Sotiris Hainis, co-founder of Spacelab architects, has lived in Psirri since 2003. His loft—previously a workshop that manufactured military uniforms—has picture windows with stunning Acropolis views and a bird’s eye view of the tightly packed tables and 24-hour crowds on Iroon Square. “This neighbourhood is like a village right in the city centre. Everyone says hello; there are still lots of artisans, antique dealers, old-fashioned shops and restaurants that have been in the same family for generations,” says Hainis. “By day, modern makers and designers are reviving the area as the city’s central craft district. At night, it’s full of interesting faces, a mix of tourists and trendy locals. Psirri is messy and lively, a microcosm of Athens that has everything you could imagine squeezed into a few blocks.”
“Psirri is a microcosm of Athens that has everything you could imagine squeezed into a few blocks.”
This artisan ice cream parlour is at one end of Protogenous, a trendy backstreet lined with vintage and skate shops and hipster bars. It doesn’t look like much, but the flavour combinations are amazing and ground-breaking. Go for the tonka bean and almond or a seasonal fruit sorbet. They have vegan options, too.
This is my favourite spot for lunch, or Sunday brunch with a live gypsy jazz band. The design is lovely, with a brass bar and an interesting mishmash of antiques, and the vibe is relaxed and friendly. The crowd is a great mix of locals, actors rehearsing or performing at the theatres nearby, and tourists from the City Circus hostel upstairs. The food is Greek with a twist—grilled courgettes with goat’s cheese and almonds, or kayanas (scrambled eggs with feta, tomatoes and spinach). It’s great value for money, though the interesting wine list can bump up the bill.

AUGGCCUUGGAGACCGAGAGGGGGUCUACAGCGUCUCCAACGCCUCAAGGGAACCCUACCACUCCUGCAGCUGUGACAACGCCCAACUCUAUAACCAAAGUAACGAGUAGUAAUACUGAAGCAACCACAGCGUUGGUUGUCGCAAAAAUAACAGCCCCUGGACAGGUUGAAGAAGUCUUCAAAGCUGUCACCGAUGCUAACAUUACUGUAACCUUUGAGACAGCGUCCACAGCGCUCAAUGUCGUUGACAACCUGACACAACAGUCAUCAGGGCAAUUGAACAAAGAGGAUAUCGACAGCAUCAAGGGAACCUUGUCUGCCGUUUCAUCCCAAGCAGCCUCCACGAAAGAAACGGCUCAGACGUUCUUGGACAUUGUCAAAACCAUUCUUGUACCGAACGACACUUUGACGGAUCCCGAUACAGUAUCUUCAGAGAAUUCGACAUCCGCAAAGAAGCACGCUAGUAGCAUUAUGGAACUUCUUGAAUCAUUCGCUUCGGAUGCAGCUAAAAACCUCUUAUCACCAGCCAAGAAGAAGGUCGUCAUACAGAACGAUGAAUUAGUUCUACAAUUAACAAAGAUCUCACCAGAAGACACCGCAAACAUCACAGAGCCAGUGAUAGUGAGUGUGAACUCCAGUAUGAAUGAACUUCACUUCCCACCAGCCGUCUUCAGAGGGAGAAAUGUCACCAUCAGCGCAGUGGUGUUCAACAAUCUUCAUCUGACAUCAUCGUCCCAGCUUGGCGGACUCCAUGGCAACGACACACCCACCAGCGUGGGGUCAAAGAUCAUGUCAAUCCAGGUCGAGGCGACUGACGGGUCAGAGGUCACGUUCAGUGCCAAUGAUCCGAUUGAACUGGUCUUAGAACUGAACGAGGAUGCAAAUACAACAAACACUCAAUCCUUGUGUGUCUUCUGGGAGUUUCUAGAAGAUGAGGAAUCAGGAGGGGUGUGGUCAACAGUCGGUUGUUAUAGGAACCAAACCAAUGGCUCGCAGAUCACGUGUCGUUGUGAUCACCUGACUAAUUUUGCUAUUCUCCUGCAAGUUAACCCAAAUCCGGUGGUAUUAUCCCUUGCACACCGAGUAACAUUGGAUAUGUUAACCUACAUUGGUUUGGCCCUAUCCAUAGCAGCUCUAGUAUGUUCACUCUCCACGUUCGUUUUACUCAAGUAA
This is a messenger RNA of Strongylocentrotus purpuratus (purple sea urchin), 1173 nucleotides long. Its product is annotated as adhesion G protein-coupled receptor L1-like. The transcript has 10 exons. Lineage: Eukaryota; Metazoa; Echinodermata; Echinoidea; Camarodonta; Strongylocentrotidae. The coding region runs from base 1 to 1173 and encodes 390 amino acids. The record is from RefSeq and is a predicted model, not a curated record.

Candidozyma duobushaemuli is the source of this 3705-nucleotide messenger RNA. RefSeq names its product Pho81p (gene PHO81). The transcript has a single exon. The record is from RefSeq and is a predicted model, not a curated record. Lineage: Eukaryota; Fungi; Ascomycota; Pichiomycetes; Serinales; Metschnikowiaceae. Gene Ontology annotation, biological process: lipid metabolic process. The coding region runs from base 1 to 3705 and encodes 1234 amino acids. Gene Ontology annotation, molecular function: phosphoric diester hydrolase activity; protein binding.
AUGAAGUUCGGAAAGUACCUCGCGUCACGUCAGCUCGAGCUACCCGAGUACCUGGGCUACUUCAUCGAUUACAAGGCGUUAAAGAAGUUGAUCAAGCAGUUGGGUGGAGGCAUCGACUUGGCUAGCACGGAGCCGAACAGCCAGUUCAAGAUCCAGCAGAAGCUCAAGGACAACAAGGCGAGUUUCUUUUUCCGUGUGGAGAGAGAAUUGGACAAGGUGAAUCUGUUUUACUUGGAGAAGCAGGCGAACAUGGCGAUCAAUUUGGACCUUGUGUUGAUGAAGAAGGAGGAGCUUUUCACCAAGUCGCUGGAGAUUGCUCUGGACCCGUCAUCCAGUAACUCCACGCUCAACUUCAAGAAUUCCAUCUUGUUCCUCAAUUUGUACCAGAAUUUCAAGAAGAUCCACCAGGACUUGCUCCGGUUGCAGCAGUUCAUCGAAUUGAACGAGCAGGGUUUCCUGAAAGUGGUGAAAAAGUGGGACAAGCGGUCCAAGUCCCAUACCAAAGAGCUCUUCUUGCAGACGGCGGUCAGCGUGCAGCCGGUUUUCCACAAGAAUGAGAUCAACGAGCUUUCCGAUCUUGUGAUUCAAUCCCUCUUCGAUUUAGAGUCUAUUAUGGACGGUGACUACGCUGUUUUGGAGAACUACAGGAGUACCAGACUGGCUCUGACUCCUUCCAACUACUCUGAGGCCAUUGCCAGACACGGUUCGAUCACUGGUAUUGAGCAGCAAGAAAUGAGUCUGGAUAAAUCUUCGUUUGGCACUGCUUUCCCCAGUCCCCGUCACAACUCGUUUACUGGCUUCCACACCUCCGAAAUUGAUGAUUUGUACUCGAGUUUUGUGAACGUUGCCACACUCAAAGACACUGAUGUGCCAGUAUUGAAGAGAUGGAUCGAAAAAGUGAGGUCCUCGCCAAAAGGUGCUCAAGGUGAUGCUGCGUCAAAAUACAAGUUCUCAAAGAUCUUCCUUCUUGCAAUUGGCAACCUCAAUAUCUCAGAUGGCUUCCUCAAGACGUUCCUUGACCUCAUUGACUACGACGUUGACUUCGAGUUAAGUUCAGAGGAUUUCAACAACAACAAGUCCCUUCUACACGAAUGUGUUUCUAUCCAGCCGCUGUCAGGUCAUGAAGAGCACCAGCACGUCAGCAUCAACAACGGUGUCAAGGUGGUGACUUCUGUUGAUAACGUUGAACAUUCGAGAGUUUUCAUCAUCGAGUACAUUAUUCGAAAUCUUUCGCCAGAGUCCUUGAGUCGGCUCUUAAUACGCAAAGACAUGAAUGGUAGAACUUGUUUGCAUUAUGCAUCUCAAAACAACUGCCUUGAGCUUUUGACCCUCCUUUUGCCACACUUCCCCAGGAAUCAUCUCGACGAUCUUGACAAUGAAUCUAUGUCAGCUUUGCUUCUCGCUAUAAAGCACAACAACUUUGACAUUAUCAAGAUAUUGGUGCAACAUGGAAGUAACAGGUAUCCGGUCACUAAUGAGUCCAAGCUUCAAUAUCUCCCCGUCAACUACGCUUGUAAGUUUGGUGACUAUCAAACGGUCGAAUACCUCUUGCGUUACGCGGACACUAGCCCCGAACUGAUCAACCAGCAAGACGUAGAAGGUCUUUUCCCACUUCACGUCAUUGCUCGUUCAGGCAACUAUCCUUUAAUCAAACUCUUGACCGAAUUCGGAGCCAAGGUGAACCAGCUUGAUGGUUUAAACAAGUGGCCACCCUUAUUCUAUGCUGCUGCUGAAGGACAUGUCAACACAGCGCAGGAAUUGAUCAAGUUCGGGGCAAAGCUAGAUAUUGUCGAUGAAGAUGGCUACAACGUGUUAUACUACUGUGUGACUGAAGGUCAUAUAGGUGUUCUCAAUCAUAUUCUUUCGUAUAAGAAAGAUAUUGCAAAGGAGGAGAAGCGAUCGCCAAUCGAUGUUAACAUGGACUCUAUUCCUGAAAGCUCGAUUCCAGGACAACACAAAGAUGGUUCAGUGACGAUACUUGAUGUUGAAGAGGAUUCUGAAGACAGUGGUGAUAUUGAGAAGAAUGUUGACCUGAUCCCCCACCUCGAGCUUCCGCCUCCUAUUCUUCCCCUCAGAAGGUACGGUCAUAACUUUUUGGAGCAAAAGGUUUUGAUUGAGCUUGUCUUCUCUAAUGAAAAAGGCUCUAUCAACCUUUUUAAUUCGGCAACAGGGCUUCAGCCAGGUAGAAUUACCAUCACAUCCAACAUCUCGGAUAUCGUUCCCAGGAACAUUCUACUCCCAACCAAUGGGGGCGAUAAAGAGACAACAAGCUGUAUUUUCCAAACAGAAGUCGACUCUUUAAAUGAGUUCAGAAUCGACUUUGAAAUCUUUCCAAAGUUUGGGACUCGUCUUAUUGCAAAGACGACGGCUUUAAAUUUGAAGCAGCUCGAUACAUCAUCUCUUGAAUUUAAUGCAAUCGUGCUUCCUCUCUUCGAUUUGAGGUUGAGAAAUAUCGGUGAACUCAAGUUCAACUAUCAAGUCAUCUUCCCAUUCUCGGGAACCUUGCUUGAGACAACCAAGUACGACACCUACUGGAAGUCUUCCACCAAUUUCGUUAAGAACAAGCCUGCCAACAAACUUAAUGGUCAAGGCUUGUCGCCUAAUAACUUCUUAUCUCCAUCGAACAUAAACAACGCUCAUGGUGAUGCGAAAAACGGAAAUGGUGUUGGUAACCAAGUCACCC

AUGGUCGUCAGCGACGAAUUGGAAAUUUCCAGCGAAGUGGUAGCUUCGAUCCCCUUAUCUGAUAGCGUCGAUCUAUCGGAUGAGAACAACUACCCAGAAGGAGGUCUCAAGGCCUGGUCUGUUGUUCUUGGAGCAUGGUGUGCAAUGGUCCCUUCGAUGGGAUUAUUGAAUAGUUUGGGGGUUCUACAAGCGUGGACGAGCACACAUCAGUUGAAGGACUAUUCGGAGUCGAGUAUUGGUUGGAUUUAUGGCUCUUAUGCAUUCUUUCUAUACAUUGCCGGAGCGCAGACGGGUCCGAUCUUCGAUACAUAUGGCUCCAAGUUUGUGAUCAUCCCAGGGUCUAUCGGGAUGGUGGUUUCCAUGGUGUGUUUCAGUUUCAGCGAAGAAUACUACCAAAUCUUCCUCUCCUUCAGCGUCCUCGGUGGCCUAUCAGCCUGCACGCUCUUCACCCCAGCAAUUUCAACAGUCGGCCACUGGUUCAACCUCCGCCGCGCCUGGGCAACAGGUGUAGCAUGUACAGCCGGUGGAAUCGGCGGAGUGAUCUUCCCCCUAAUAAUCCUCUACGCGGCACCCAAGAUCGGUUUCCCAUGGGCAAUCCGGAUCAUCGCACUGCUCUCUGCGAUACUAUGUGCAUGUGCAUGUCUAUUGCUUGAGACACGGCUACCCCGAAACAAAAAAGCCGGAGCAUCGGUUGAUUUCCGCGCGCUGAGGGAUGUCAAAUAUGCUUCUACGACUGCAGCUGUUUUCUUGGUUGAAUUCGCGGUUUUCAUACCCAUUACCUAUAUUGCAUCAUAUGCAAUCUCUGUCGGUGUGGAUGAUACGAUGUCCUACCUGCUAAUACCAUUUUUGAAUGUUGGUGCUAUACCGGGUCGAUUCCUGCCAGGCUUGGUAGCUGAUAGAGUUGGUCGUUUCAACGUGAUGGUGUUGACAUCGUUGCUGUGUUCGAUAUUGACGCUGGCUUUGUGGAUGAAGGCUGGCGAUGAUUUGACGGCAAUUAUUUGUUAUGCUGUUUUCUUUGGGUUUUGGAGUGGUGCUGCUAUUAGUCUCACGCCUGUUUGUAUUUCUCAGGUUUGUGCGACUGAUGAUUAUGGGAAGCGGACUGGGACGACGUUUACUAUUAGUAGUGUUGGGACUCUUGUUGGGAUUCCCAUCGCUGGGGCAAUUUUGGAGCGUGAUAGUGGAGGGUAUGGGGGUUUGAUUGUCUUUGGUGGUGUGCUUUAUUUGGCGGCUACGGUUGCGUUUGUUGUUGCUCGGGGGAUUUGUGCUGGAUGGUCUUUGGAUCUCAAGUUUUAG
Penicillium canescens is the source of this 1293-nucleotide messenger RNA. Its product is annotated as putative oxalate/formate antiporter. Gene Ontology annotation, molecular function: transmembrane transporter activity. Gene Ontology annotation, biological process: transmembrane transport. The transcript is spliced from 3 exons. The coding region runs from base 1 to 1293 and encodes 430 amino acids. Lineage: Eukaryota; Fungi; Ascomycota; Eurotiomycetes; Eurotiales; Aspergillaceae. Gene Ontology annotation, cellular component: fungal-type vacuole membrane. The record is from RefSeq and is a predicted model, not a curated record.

I love to bake, so it’s brilliant having all the fresh spice shops of Evripidou Street on my doorstep. It’s Athens’ version of Istanbul’s spice bazaar. I also love browsing at Kotsopoulos, a specialist cook shop for restaurants that’s like an Aladdin’s cave for passionate home cooks like me. Pallados Street is another great source of kitchen paraphernalia, from hand-made olive oil cans to wicker baskets and retsina jugs.
If you’re into making things, Athinas Street is a trove of odd shops selling rope, leather, hardware, screws, and buckles. One of the best is the equestrian shop Mompso, a name that's been around for more than a century (initially at a basement in Psirri). As well as saddles and bridles, you’ll find hand-made riding boots and Chelsea boots. It’s like a Greek-style Hermès!